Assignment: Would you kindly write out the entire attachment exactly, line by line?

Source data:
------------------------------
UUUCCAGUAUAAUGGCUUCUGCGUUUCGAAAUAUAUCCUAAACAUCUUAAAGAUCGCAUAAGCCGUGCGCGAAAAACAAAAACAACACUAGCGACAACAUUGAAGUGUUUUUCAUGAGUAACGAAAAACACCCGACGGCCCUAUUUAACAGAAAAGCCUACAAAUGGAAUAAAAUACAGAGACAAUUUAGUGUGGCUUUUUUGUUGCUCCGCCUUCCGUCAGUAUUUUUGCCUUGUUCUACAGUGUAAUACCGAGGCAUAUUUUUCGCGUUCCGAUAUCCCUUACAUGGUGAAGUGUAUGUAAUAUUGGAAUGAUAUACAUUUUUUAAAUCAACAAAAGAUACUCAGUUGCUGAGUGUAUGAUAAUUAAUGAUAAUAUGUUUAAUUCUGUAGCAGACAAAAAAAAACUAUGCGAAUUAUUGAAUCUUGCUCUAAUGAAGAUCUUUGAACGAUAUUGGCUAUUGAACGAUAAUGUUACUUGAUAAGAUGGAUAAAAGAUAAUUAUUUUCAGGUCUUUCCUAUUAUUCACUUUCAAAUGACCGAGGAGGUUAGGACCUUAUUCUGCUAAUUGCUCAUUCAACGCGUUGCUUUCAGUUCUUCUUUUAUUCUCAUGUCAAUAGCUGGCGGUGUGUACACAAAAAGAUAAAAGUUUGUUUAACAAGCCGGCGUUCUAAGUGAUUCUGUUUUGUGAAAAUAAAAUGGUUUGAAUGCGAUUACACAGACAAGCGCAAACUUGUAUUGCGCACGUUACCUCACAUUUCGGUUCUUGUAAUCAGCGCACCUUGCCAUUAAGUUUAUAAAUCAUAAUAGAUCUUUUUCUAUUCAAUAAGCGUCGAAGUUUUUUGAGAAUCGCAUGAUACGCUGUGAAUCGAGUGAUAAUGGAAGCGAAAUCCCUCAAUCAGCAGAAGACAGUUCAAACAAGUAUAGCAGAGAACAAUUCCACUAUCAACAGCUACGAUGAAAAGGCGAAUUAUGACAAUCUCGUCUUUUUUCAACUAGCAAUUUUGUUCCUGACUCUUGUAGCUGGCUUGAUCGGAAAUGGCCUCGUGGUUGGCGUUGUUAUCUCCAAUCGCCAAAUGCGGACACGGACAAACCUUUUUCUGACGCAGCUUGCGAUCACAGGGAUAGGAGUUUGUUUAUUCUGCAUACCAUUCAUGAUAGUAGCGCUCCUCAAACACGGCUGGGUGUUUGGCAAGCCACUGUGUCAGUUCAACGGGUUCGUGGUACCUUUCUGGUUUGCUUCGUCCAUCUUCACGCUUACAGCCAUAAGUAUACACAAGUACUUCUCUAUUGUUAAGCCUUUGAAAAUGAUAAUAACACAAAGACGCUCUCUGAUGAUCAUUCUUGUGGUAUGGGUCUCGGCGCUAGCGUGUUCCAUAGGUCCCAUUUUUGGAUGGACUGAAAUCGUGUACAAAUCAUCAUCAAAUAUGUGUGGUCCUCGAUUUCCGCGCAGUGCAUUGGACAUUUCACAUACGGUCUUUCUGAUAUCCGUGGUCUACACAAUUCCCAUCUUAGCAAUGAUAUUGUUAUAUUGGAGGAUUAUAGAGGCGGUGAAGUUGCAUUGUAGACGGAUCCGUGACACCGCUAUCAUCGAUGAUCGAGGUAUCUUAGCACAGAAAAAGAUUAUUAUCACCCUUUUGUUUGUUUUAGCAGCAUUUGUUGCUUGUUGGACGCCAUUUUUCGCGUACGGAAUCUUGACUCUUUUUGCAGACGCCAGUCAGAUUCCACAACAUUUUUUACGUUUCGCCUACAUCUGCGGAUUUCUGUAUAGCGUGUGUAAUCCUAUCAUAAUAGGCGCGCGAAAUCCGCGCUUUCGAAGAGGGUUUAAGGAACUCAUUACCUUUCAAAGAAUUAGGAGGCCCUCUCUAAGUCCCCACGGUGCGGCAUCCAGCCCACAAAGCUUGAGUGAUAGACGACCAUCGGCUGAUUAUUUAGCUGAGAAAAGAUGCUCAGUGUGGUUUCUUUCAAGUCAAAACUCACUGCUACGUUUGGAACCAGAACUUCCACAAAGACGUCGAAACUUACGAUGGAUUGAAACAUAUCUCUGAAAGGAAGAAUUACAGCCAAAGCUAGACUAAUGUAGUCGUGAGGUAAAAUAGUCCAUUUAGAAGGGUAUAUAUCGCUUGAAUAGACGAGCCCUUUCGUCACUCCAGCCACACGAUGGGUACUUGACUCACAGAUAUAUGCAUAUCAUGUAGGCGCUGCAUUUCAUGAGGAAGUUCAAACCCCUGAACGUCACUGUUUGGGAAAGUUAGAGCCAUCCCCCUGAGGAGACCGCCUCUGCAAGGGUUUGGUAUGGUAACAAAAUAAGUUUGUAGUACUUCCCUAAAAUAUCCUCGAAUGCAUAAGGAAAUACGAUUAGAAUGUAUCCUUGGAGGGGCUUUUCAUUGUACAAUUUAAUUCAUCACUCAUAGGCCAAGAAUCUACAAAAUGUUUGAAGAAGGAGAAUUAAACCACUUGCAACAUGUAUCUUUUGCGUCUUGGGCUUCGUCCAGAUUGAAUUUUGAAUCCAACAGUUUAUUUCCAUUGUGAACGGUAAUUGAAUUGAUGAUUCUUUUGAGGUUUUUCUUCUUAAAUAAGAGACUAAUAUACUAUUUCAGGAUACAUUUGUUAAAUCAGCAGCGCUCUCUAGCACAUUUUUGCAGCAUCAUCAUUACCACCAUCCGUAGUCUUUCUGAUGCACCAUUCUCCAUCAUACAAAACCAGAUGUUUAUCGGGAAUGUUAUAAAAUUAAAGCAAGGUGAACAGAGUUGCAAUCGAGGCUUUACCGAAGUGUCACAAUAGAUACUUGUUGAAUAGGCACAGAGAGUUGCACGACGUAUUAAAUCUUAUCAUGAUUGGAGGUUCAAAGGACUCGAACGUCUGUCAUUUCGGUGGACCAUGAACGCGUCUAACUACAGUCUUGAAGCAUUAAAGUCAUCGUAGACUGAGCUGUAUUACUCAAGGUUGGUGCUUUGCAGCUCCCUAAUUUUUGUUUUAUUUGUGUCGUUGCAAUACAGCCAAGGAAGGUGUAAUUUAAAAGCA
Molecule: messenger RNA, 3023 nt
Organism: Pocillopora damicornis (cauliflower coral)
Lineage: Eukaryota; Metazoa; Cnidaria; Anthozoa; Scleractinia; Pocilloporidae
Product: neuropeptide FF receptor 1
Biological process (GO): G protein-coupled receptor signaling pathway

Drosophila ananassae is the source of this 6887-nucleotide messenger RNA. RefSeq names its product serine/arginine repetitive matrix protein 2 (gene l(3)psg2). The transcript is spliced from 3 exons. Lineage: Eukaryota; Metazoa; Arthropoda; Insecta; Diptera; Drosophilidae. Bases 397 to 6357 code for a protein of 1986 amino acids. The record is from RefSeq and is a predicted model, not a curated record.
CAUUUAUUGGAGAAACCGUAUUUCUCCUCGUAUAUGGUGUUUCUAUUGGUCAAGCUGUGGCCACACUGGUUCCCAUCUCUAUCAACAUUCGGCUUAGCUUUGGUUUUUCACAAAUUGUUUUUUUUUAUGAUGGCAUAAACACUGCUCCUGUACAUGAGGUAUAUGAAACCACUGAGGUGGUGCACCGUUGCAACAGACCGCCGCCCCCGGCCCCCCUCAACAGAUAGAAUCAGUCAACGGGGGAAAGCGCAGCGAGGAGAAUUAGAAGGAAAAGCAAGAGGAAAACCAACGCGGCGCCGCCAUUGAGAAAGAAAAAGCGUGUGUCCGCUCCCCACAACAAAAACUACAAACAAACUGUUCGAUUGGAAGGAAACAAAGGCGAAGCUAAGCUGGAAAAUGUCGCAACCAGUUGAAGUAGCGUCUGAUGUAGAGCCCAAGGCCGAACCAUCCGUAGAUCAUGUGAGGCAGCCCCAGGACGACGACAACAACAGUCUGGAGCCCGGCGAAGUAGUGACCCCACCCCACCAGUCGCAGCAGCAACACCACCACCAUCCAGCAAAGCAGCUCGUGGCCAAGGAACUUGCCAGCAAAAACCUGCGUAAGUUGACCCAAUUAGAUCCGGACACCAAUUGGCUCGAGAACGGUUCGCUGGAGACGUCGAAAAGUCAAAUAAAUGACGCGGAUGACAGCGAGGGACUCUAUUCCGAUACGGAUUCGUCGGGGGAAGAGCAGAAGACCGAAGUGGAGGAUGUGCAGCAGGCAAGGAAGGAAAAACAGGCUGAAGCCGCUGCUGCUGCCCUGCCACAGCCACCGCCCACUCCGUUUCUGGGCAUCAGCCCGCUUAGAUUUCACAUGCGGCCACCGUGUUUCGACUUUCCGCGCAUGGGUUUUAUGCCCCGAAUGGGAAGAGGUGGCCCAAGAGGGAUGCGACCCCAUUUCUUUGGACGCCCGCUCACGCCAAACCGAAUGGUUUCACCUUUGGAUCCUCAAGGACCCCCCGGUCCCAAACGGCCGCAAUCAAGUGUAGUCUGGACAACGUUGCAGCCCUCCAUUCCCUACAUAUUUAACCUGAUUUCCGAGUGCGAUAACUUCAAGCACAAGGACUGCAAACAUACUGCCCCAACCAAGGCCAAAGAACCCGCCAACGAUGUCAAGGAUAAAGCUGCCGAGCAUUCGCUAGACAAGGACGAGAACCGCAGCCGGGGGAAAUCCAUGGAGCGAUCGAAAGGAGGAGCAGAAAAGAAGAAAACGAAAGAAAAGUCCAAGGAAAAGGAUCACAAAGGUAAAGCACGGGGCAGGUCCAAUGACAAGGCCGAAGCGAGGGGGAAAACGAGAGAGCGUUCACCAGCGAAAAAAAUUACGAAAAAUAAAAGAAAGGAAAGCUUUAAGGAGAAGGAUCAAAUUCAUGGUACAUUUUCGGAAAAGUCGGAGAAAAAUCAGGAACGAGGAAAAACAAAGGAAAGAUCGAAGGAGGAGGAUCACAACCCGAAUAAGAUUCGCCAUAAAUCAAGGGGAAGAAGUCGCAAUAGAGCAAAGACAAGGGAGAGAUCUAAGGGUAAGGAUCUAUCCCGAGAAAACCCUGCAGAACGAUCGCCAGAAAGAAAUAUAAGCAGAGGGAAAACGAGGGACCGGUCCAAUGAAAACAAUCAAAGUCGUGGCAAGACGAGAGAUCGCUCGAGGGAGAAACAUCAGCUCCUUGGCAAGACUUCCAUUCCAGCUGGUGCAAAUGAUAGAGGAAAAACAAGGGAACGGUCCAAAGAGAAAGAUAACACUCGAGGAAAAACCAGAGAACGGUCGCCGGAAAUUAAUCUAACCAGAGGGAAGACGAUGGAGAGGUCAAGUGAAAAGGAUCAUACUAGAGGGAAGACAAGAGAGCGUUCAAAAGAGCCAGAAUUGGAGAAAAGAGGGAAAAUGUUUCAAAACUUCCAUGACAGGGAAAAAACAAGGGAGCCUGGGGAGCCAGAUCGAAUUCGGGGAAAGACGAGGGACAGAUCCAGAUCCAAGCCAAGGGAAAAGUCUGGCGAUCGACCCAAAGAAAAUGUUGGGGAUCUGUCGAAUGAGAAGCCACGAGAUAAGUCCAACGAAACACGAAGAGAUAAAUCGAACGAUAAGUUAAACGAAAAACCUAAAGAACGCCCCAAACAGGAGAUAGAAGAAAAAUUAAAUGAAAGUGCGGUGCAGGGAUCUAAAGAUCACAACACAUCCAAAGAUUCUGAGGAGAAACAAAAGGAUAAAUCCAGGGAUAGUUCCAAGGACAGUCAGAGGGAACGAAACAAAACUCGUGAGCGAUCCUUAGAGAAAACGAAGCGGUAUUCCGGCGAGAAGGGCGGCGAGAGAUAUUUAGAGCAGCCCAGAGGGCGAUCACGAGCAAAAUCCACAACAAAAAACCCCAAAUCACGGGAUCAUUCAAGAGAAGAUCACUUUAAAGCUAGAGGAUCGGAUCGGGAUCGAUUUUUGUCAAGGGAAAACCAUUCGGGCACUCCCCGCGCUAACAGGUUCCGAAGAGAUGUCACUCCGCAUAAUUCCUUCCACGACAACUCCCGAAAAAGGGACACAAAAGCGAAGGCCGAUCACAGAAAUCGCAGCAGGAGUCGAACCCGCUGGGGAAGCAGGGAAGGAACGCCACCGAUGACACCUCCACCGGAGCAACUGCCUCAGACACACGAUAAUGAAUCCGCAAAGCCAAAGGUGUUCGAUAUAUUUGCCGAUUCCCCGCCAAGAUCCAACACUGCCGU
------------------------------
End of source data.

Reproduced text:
UUUCCAGUAUAAUGGCUUCUGCGUUUCGAAAUAUAUCCUAAACAUCUUAAAGAUCGCAUAAGCCGUGCGCGAAAAACAAAAACAACACUAGCGACAACAUUGAAGUGUUUUUCAUGAGUAACGAAAAACACCCGACGGCCCUAUUUAACAGAAAAGCCUACAAAUGGAAUAAAAUACAGAGACAAUUUAGUGUGGCUUUUUUGUUGCUCCGCCUUCCGUCAGUAUUUUUGCCUUGUUCUACAGUGUAAUACCGAGGCAUAUUUUUCGCGUUCCGAUAUCCCUUACAUGGUGAAGUGUAUGUAAUAUUGGAAUGAUAUACAUUUUUUAAAUCAACAAAAGAUACUCAGUUGCUGAGUGUAUGAUAAUUAAUGAUAAUAUGUUUAAUUCUGUAGCAGACAAAAAAAAACUAUGCGAAUUAUUGAAUCUUGCUCUAAUGAAGAUCUUUGAACGAUAUUGGCUAUUGAACGAUAAUGUUACUUGAUAAGAUGGAUAAAAGAUAAUUAUUUUCAGGUCUUUCCUAUUAUUCACUUUCAAAUGACCGAGGAGGUUAGGACCUUAUUCUGCUAAUUGCUCAUUCAACGCGUUGCUUUCAGUUCUUCUUUUAUUCUCAUGUCAAUAGCUGGCGGUGUGUACACAAAAAGAUAAAAGUUUGUUUAACAAGCCGGCGUUCUAAGUGAUUCUGUUUUGUGAAAAUAAAAUGGUUUGAAUGCGAUUACACAGACAAGCGCAAACUUGUAUUGCGCACGUUACCUCACAUUUCGGUUCUUGUAAUCAGCGCACCUUGCCAUUAAGUUUAUAAAUCAUAAUAGAUCUUUUUCUAUUCAAUAAGCGUCGAAGUUUUUUGAGAAUCGCAUGAUACGCUGUGAAUCGAGUGAUAAUGGAAGCGAAAUCCCUCAAUCAGCAGAAGACAGUUCAAACAAGUAUAGCAGAGAACAAUUCCACUAUCAACAGCUACGAUGAAAAGGCGAAUUAUGACAAUCUCGUCUUUUUUCAACUAGCAAUUUUGUUCCUGACUCUUGUAGCUGGCUUGAUCGGAAAUGGCCUCGUGGUUGGCGUUGUUAUCUCCAAUCGCCAAAUGCGGACACGGACAAACCUUUUUCUGACGCAGCUUGCGAUCACAGGGAUAGGAGUUUGUUUAUUCUGCAUACCAUUCAUGAUAGUAGCGCUCCUCAAACACGGCUGGGUGUUUGGCAAGCCACUGUGUCAGUUCAACGGGUUCGUGGUACCUUUCUGGUUUGCUUCGUCCAUCUUCACGCUUACAGCCAUAAGUAUACACAAGUACUUCUCUAUUGUUAAGCCUUUGAAAAUGAUAAUAACACAAAGACGCUCUCUGAUGAUCAUUCUUGUGGUAUGGGUCUCGGCGCUAGCGUGUUCCAUAGGUCCCAUUUUUGGAUGGACUGAAAUCGUGUACAAAUCAUCAUCAAAUAUGUGUGGUCCUCGAUUUCCGCGCAGUGCAUUGGACAUUUCACAUACGGUCUUUCUGAUAUCCGUGGUCUACACAAUUCCCAUCUUAGCAAUGAUAUUGUUAUAUUGGAGGAUUAUAGAGGCGGUGAAGUUGCAUUGUAGACGGAUCCGUGACACCGCUAUCAUCGAUGAUCGAGGUAUCUUAGCACAGAAAAAGAUUAUUAUCACCCUUUUGUUUGUUUUAGCAGCAUUUGUUGCUUGUUGGACGCCAUUUUUCGCGUACGGAAUCUUGACUCUUUUUGCAGACGCCAGUCAGAUUCCACAACAUUUUUUACGUUUCGCCUACAUCUGCGGAUUUCUGUAUAGCGUGUGUAAUCCUAUCAUAAUAGGCGCGCGAAAUCCGCGCUUUCGAAGAGGGUUUAAGGAACUCAUUACCUUUCAAAGAAUUAGGAGGCCCUCUCUAAGUCCCCACGGUGCGGCAUCCAGCCCACAAAGCUUGAGUGAUAGACGACCAUCGGCUGAUUAUUUAGCUGAGAAAAGAUGCUCAGUGUGGUUUCUUUCAAGUCAAAACUCACUGCUACGUUUGGAACCAGAACUUCCACAAAGACGUCGAAACUUACGAUGGAUUGAAACAUAUCUCUGAAAGGAAGAAUUACAGCCAAAGCUAGACUAAUGUAGUCGUGAGGUAAAAUAGUCCAUUUAGAAGGGUAUAUAUCGCUUGAAUAGACGAGCCCUUUCGUCACUCCAGCCACACGAUGGGUACUUGACUCACAGAUAUAUGCAUAUCAUGUAGGCGCUGCAUUUCAUGAGGAAGUUCAAACCCCUGAACGUCACUGUUUGGGAAAGUUAGAGCCAUCCCCCUGAGGAGACCGCCUCUGCAAGGGUUUGGUAUGGUAACAAAAUAAGUUUGUAGUACUUCCCUAAAAUAUCCUCGAAUGCAUAAGGAAAUACGAUUAGAAUGUAUCCUUGGAGGGGCUUUUCAUUGUACAAUUUAAUUCAUCACUCAUAGGCCAAGAAUCUACAAAAUGUUUGAAGAAGGAGAAUUAAACCACUUGCAACAUGUAUCUUUUGCGUCUUGGGCUUCGUCCAGAUUGAAUUUUGAAUCCAACAGUUUAUUUCCAUUGUGAACGGUAAUUGAAUUGAUGAUUCUUUUGAGGUUUUUCUUCUUAAAUAAGAGACUAAUAUACUAUUUCAGGAUACAUUUGUUAAAUCAGCAGCGCUCUCUAGCACAUUUUUGCAGCAUCAUCAUUACCACCAUCCGUAGUCUUUCUGAUGCACCAUUCUCCAUCAUACAAAACCAGAUGUUUAUCGGGAAUGUUAUAAAAUUAAAGCAAGGUGAACAGAGUUGCAAUCGAGGCUUUACCGAAGUGUCACAAUAGAUACUUGUUGAAUAGGCACAGAGAGUUGCACGACGUAUUAAAUCUUAUCAUGAUUGGAGGUUCAAAGGACUCGAACGUCUGUCAUUUCGGUGGACCAUGAACGCGUCUAACUACAGUCUUGAAGCAUUAAAGUCAUCGUAGACUGAGCUGUAUUACUCAAGGUUGGUGCUUUGCAGCUCCCUAAUUUUUGUUUUAUUUGUGUCGUUGCAAUACAGCCAAGGAAGGUGUAAUUUAAAAGCA
Molecule: messenger RNA, 3023 nt
Organism: Pocillopora damicornis (cauliflower coral)
Lineage: Eukaryota; Metazoa; Cnidaria; Anthozoa; Scleractinia; Pocilloporidae
Product: neuropeptide FF receptor 1
Biological process (GO): G protein-coupled receptor signaling pathway

Drosophila ananassae is the source of this 6887-nucleotide messenger RNA. RefSeq names its product serine/arginine repetitive matrix protein 2 (gene l(3)psg2). The transcript is spliced from 3 exons. Lineage: Eukaryota; Metazoa; Arthropoda; Insecta; Diptera; Drosophilidae. Bases 397 to 6357 code for a protein of 1986 amino acids. The record is from RefSeq and is a predicted model, not a curated record.
CAUUUAUUGGAGAAACCGUAUUUCUCCUCGUAUAUGGUGUUUCUAUUGGUCAAGCUGUGGCCACACUGGUUCCCAUCUCUAUCAACAUUCGGCUUAGCUUUGGUUUUUCACAAAUUGUUUUUUUUUAUGAUGGCAUAAACACUGCUCCUGUACAUGAGGUAUAUGAAACCACUGAGGUGGUGCACCGUUGCAACAGACCGCCGCCCCCGGCCCCCCUCAACAGAUAGAAUCAGUCAACGGGGGAAAGCGCAGCGAGGAGAAUUAGAAGGAAAAGCAAGAGGAAAACCAACGCGGCGCCGCCAUUGAGAAAGAAAAAGCGUGUGUCCGCUCCCCACAACAAAAACUACAAACAAACUGUUCGAUUGGAAGGAAACAAAGGCGAAGCUAAGCUGGAAAAUGUCGCAACCAGUUGAAGUAGCGUCUGAUGUAGAGCCCAAGGCCGAACCAUCCGUAGAUCAUGUGAGGCAGCCCCAGGACGACGACAACAACAGUCUGGAGCCCGGCGAAGUAGUGACCCCACCCCACCAGUCGCAGCAGCAACACCACCACCAUCCAGCAAAGCAGCUCGUGGCCAAGGAACUUGCCAGCAAAAACCUGCGUAAGUUGACCCAAUUAGAUCCGGACACCAAUUGGCUCGAGAACGGUUCGCUGGAGACGUCGAAAAGUCAAAUAAAUGACGCGGAUGACAGCGAGGGACUCUAUUCCGAUACGGAUUCGUCGGGGGAAGAGCAGAAGACCGAAGUGGAGGAUGUGCAGCAGGCAAGGAAGGAAAAACAGGCUGAAGCCGCUGCUGCUGCCCUGCCACAGCCACCGCCCACUCCGUUUCUGGGCAUCAGCCCGCUUAGAUUUCACAUGCGGCCACCGUGUUUCGACUUUCCGCGCAUGGGUUUUAUGCCCCGAAUGGGAAGAGGUGGCCCAAGAGGGAUGCGACCCCAUUUCUUUGGACGCCCGCUCACGCCAAACCGAAUGGUUUCACCUUUGGAUCCUCAAGGACCCCCCGGUCCCAAACGGCCGCAAUCAAGUGUAGUCUGGACAACGUUGCAGCCCUCCAUUCCCUACAUAUUUAACCUGAUUUCCGAGUGCGAUAACUUCAAGCACAAGGACUGCAAACAUACUGCCCCAACCAAGGCCAAAGAACCCGCCAACGAUGUCAAGGAUAAAGCUGCCGAGCAUUCGCUAGACAAGGACGAGAACCGCAGCCGGGGGAAAUCCAUGGAGCGAUCGAAAGGAGGAGCAGAAAAGAAGAAAACGAAAGAAAAGUCCAAGGAAAAGGAUCACAAAGGUAAAGCACGGGGCAGGUCCAAUGACAAGGCCGAAGCGAGGGGGAAAACGAGAGAGCGUUCACCAGCGAAAAAAAUUACGAAAAAUAAAAGAAAGGAAAGCUUUAAGGAGAAGGAUCAAAUUCAUGGUACAUUUUCGGAAAAGUCGGAGAAAAAUCAGGAACGAGGAAAAACAAAGGAAAGAUCGAAGGAGGAGGAUCACAACCCGAAUAAGAUUCGCCAUAAAUCAAGGGGAAGAAGUCGCAAUAGAGCAAAGACAAGGGAGAGAUCUAAGGGUAAGGAUCUAUCCCGAGAAAACCCUGCAGAACGAUCGCCAGAAAGAAAUAUAAGCAGAGGGAAAACGAGGGACCGGUCCAAUGAAAACAAUCAAAGUCGUGGCAAGACGAGAGAUCGCUCGAGGGAGAAACAUCAGCUCCUUGGCAAGACUUCCAUUCCAGCUGGUGCAAAUGAUAGAGGAAAAACAAGGGAACGGUCCAAAGAGAAAGAUAACACUCGAGGAAAAACCAGAGAACGGUCGCCGGAAAUUAAUCUAACCAGAGGGAAGACGAUGGAGAGGUCAAGUGAAAAGGAUCAUACUAGAGGGAAGACAAGAGAGCGUUCAAAAGAGCCAGAAUUGGAGAAAAGAGGGAAAAUGUUUCAAAACUUCCAUGACAGGGAAAAAACAAGGGAGCCUGGGGAGCCAGAUCGAAUUCGGGGAAAGACGAGGGACAGAUCCAGAUCCAAGCCAAGGGAAAAGUCUGGCGAUCGACCCAAAGAAAAUGUUGGGGAUCUGUCGAAUGAGAAGCCACGAGAUAAGUCCAACGAAACACGAAGAGAUAAAUCGAACGAUAAGUUAAACGAAAAACCUAAAGAACGCCCCAAACAGGAGAUAGAAGAAAAAUUAAAUGAAAGUGCGGUGCAGGGAUCUAAAGAUCACAACACAUCCAAAGAUUCUGAGGAGAAACAAAAGGAUAAAUCCAGGGAUAGUUCCAAGGACAGUCAGAGGGAACGAAACAAAACUCGUGAGCGAUCCUUAGAGAAAACGAAGCGGUAUUCCGGCGAGAAGGGCGGCGAGAGAUAUUUAGAGCAGCCCAGAGGGCGAUCACGAGCAAAAUCCACAACAAAAAACCCCAAAUCACGGGAUCAUUCAAGAGAAGAUCACUUUAAAGCUAGAGGAUCGGAUCGGGAUCGAUUUUUGUCAAGGGAAAACCAUUCGGGCACUCCCCGCGCUAACAGGUUCCGAAGAGAUGUCACUCCGCAUAAUUCCUUCCACGACAACUCCCGAAAAAGGGACACAAAAGCGAAGGCCGAUCACAGAAAUCGCAGCAGGAGUCGAACCCGCUGGGGAAGCAGGGAAGGAACGCCACCGAUGACACCUCCACCGGAGCAACUGCCUCAGACACACGAUAAUGAAUCCGCAAAGCCAAAGGUGUUCGAUAUAUUUGCCGAUUCCCCGCCAAGAUCCAACACUGCCGU